In my C programs I often need a way to make a string representation of my ADTs. Even if I don't need to print the string to screen in any way, it is neat to have such method for debugging. So this kind of function often comes up.
char * mytype_to_string( const mytype_t *t );
I actually realize that I have (at least) three options here for handling the memory for the string to return.
Alternative 1: Storing the return string in a static char array in the function. I don't need much thinking, except that the string is overwritten at every call. Which may be a problem in some occasions.
Alternative 2: Allocate the string on the heap with malloc inside the function. Really neat since I then won't need to think of the size of a buffer or the overwriting. However, I do have to remember to free() the string when done, and then I also need to assign to a temporary variable such that I can free. and then heap allocation is really much slower than stack allocation, therefore be a bottleneck if this is repeated in a loop.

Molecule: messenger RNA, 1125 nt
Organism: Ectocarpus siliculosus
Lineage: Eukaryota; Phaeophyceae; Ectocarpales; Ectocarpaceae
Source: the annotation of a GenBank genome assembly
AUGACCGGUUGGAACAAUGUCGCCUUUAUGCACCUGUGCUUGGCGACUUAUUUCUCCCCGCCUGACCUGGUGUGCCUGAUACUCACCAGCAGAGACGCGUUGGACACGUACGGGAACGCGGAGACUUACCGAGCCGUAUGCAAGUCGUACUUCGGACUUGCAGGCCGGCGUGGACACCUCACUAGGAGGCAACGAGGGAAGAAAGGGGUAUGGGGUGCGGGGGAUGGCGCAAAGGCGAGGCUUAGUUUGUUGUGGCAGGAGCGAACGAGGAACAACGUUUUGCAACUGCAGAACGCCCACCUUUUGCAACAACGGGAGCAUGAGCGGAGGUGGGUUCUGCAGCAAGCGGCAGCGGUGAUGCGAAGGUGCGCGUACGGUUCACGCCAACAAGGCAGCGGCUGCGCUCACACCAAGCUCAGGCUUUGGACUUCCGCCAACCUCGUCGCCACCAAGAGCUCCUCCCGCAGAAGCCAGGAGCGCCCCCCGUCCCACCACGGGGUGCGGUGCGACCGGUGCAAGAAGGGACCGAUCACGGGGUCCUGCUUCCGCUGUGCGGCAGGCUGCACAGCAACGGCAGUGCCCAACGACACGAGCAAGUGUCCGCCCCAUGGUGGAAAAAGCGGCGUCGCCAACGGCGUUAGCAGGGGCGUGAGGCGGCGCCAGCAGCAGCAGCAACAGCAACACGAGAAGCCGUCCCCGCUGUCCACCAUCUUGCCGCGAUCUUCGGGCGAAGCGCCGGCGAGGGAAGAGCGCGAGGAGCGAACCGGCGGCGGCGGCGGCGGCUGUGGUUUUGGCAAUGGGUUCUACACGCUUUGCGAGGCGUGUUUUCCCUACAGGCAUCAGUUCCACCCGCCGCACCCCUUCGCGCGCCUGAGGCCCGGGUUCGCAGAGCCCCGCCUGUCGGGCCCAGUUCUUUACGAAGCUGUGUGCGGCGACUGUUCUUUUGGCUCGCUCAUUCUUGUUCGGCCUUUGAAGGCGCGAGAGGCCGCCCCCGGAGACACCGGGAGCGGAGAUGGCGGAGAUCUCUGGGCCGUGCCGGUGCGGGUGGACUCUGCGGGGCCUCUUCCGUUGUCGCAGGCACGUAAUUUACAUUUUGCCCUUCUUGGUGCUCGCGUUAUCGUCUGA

Alternative 3: Pass in pointer to a buffer, and let the caller allocate that buffer. Like:
char * mytype_to_string( const mytype_t *mt, char *buf, size_t buflen );
This brings more effort to the caller. I also notice that this alternative gives me an other option on the order of the arguments. Which argument should I have first and last? (actually six possibilities)
So, which should I prefer? Any why? Is there some kind of unwritten standard among C developers?